The Parti Québécois lost a crucial race Monday night, as the CAQ’s Shirley Dorismond was declared the winner of a byelection in Longueuil’s Marie-Victorin riding.
With all polls reporting, Dorismond had a lead of 795 votes over Pierre Nantel, the Parti Québécois candidate.
Results as of 10:48 p.m. (146/146 polls reporting):
- Shirley Dorismond (Coalition Avenir Québec): 5,697 (35%)
- Pierre Nantel (Parti Québécois): 4,902 (30%)
- Shophika Vaithyanathasarma (Québec solidaire): 2,316 (14%)
- Anne Casabonne (Conservative Party of Quebec): 1,696 (10%)
- Émilie Nollet (Quebec Liberal Party): 1,130 (7%)
- Martine Ouellet (Climat Québec): 310 (2%)
- Alex Tyrrell (Green Party of Quebec): 142 (0.9%)
- Shawn Lalande McLean (Parti Accès propriété et équité): 42 (0.3%)
- Michel Blondin (Parti pour l’indépendance du Québec): 21 (0.1%)
- Philippe Tessier (independent): 17 (0.1%)
- Michel Lebrun (Union Nationale): 17 (0.1%)
- Florent Portron (Équipe Autonomiste): 11 (0.07%)
- Rejected ballots: 118 (1.14%)
- Total votes (including rejected): 16,489
- Registered electors: 45,636
- Turnout: 36.13%
A former nurse and vice-president of the Fédération interprofessionnelle de la santé du Québec nurses union, Dorismond said she will fight for major reforms to the health-care network.
“I want to be an agent of change,” Dorismond told the Montreal Gazette during the campaign. “We want to improve the health system and I want to help the elderly to do more and better, with health-care services delivered at home.”
The election to fill this vacant seat was being seen by many as a gauge on the health of the PQ, and its hopes for a resurgence before this fall’s general election.
At a gathering for PQ faithful, at the St-Hubert restaurant in Place Longueuil, an electric crowd crew more and more quiet over the course of the night. By the time Dorismond was declared winner over candidate Pierre Nantel by news media outlets, many were crying, hugging, and trying to temper their disappointment with the hope that the results will be better in the general election in October.
Speaking to party faithful, PQ leader Paul St-Pierre Plamondon said they should hold their heads high, as observers had all given the PQ no chance to win several months ago. He announced that Nantel will be the party’s candidate in the general election.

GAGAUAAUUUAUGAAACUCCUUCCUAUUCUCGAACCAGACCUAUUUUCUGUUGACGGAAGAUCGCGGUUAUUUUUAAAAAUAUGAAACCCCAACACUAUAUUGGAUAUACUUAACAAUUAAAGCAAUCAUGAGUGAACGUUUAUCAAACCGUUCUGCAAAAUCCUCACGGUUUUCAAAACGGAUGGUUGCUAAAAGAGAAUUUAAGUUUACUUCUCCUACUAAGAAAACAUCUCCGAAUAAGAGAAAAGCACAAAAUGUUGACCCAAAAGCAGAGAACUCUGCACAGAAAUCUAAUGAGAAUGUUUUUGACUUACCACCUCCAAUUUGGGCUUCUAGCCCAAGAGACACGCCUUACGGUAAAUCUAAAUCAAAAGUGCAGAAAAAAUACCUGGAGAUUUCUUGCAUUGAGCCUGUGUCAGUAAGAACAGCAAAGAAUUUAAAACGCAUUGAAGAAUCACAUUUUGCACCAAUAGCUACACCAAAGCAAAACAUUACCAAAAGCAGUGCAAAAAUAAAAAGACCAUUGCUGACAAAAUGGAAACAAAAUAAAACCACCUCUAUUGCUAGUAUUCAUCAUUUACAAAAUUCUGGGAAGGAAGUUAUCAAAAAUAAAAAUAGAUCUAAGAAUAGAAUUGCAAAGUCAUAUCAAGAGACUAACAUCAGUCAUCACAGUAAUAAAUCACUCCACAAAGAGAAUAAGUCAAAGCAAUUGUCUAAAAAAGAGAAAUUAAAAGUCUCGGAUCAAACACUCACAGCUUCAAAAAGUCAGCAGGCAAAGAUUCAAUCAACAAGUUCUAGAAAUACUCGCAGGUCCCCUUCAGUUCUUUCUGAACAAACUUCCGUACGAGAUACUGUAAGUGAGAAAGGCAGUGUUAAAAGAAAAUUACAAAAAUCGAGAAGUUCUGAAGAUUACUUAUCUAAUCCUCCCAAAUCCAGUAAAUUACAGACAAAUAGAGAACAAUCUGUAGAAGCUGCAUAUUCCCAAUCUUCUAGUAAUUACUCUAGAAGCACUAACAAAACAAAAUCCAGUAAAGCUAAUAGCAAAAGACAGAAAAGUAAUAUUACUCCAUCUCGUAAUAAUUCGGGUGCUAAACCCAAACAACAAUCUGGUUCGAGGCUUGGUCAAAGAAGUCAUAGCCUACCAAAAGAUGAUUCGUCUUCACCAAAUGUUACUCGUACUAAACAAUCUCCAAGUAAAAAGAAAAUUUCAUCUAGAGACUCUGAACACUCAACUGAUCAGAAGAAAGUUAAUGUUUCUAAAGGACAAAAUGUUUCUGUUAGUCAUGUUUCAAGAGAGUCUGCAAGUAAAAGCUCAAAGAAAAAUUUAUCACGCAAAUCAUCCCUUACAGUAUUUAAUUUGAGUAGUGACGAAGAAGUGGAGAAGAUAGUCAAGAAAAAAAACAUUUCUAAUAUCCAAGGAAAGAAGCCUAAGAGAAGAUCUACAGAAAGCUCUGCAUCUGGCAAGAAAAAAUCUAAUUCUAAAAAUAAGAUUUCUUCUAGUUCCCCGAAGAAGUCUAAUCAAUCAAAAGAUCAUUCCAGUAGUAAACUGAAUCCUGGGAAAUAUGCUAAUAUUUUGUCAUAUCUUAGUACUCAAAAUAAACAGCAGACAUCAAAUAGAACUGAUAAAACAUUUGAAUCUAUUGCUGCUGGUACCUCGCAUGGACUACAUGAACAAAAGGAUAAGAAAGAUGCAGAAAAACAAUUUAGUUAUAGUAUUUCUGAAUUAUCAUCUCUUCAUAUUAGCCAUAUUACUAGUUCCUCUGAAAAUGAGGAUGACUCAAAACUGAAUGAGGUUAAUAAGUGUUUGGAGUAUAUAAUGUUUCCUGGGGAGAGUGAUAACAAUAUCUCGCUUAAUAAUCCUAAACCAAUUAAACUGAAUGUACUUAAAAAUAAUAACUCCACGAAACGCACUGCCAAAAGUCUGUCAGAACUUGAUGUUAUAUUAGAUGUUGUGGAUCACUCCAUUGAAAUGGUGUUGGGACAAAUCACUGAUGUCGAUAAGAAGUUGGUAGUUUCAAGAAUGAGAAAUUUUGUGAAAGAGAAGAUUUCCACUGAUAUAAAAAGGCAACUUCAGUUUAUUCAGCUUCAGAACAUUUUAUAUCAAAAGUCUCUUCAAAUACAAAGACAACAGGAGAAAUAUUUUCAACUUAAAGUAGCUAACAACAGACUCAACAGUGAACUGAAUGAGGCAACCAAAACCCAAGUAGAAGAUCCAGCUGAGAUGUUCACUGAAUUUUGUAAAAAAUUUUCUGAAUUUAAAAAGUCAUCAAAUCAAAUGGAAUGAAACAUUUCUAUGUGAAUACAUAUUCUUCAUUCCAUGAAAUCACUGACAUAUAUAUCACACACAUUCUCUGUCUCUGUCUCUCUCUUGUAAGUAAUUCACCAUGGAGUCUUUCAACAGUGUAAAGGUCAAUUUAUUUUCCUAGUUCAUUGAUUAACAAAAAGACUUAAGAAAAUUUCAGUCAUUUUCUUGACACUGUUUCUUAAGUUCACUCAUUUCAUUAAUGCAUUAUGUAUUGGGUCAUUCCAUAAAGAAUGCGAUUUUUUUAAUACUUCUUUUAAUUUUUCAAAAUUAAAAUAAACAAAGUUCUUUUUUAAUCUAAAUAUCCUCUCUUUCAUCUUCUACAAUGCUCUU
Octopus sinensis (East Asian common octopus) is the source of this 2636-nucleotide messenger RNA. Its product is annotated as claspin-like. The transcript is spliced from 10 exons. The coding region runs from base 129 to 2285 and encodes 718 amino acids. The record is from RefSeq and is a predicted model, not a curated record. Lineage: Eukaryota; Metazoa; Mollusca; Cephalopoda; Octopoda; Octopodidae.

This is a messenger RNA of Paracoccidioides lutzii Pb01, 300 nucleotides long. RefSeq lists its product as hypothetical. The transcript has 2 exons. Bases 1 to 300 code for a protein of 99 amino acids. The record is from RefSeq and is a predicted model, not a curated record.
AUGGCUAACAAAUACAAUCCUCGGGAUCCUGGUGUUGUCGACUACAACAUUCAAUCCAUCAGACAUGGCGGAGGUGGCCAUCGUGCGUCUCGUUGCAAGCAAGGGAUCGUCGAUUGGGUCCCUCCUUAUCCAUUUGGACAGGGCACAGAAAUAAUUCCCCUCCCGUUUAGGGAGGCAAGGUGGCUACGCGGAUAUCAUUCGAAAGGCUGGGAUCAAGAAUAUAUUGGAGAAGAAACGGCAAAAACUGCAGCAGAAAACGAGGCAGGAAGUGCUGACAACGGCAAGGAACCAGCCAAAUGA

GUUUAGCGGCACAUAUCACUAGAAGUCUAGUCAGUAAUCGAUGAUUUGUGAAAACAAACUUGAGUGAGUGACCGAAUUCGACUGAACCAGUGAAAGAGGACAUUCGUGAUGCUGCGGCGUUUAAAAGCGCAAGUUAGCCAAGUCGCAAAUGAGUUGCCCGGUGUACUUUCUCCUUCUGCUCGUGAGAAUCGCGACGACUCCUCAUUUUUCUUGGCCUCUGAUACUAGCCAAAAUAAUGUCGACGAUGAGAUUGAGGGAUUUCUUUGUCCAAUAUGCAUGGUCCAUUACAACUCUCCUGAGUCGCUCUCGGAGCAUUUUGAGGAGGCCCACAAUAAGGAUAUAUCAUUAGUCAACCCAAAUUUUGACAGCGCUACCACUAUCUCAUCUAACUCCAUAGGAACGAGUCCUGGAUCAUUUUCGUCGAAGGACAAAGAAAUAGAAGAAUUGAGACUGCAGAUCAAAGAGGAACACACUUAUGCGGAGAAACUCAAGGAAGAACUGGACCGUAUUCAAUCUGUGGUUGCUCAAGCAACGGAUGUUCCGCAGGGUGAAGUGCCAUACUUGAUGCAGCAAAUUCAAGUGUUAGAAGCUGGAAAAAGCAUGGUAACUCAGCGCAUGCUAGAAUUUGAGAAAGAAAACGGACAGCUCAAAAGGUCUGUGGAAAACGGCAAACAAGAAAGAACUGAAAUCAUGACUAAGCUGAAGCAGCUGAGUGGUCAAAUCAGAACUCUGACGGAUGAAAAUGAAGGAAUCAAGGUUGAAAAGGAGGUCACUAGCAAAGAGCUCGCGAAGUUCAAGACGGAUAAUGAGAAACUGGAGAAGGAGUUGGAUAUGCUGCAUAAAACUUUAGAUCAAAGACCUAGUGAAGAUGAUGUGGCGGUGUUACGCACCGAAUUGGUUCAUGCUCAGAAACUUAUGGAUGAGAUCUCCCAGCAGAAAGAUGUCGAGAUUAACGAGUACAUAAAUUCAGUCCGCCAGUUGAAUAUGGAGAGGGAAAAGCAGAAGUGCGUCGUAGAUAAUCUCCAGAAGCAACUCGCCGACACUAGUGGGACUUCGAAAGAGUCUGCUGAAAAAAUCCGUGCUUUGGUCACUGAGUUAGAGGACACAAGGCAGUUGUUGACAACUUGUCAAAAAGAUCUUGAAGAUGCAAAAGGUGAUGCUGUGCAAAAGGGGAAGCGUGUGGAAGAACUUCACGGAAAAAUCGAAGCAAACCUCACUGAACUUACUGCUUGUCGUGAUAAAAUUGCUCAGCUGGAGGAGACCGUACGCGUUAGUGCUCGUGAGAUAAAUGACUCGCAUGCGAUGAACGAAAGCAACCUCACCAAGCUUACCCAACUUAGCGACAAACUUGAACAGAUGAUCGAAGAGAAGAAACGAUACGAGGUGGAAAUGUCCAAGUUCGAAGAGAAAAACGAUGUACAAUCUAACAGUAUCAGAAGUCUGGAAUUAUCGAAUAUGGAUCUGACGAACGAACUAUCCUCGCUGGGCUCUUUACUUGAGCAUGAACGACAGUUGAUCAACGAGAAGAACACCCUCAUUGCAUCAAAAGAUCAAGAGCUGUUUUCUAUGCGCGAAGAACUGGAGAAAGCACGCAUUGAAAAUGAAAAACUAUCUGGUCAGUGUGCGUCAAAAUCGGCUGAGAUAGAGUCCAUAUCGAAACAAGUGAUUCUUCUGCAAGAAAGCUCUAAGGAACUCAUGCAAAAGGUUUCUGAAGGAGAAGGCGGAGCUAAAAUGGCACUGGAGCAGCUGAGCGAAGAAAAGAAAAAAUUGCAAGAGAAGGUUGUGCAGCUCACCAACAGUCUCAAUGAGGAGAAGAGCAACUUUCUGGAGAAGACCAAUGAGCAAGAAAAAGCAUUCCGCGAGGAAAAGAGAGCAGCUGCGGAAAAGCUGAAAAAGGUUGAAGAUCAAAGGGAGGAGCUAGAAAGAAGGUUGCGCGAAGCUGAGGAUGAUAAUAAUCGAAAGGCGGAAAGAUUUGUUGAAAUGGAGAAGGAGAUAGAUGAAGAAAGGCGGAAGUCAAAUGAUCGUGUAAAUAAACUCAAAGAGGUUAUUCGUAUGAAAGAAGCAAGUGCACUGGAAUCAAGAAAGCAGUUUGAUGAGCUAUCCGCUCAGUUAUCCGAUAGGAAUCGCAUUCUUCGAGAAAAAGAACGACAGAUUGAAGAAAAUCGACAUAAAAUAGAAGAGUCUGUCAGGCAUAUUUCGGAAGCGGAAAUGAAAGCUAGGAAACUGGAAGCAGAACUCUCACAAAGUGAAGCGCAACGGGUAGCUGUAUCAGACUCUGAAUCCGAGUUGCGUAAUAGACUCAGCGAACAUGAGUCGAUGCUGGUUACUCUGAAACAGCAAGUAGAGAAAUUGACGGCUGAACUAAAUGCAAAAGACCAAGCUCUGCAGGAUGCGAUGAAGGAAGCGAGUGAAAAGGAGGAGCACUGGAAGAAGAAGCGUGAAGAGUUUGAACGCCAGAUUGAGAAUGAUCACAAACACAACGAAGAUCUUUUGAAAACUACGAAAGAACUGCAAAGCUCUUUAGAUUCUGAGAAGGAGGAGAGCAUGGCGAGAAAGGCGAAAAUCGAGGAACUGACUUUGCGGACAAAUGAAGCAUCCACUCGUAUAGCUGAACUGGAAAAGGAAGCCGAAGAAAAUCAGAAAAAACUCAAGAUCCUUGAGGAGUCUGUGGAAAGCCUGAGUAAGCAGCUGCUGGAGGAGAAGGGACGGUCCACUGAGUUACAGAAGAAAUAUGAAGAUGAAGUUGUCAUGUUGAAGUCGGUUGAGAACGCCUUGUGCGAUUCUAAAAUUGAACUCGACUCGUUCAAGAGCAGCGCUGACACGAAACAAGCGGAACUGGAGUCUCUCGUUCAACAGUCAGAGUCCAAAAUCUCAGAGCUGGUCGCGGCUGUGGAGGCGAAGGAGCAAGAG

Nantel said the tight race showed that the PQ is primed for better results in October.
“We are very proud that we were able to show that the PQ is the real alternative to the CAQ in Quebec,” Nantel told party faithful.
The importance of the results were not lost on volunteer Phoeby Laplante, who volunteered during the election, and is a candidate in the upcoming general election in the Montreal riding of Sainte-Marie—Saint-Jacques.
“Even if we lose, we have hope,” Laplante said. “We will not give up, because our battle is very important. We have to continue. Even in defeat, we will advance.”
Volunteer Nicole Morin spent much of the campaign working the phones to get the word out. She said she’s proud of how the PQ equated itself.
“I’m very disappointed,” Morin said with teary eyes. “It was a campaign that was led with lots of heart, honesty and transparence, which the CAQ doesn’t have.”
Morin said she was disappointed with the low turnout of 36 per cent, saying with such small numbers the party that wins doesn’t truly represent the population.
Since it was formed in 1981, the PQ has won all but one of the provincial elections held in this riding located at the foot of the Jacques-Cartier Bridge. Leading up to Monday’s vote, the riding was being seen as a key indicator of the fortunes of the sovereignist party. Its former MNA, Catherine Fournier, left the party in 2019, saying it was no longer relevant after the PQ had sunk to fourth place in seats. Fournier sat as an independent until the municipal election in November, when she was elected mayor of Longueuil.
Before the 2018 election that brought the CAQ to power, the PQ was the official opposition.
Still sinking in the polls, the PQ was pinning its hopes of a comeback on success in Marie-Victorin. The byelection was also being billed as a warm-up for other political parties for the fall general election.
“For the PQ, it’s essential to win,” said Daniel Béland, director of the McGill Institute for the Study of Canada told the Montreal Gazette during the campaign. “If they lose, it will confirm the dominant narrative about them — that the party is really declining and on life support and facing possible extinction. If they win, it will give them some hope for the fall election that they won’t be decimated.”
The pressure was also on the CAQ, Béland said, because this could be seen as a referendum on Premier François Legault’s leadership.
Dorismond said during the campaign she won’t be satisfied with business as usual if she is elected.
Outspoken in the past for how she opposed Legault’s denial of the existence of systemic racism, Dorismond said during the campaign she doesn’t want to “get into a debate about semantics.”
“We have to have another approach and fight against racism by focusing on inclusion,” she said.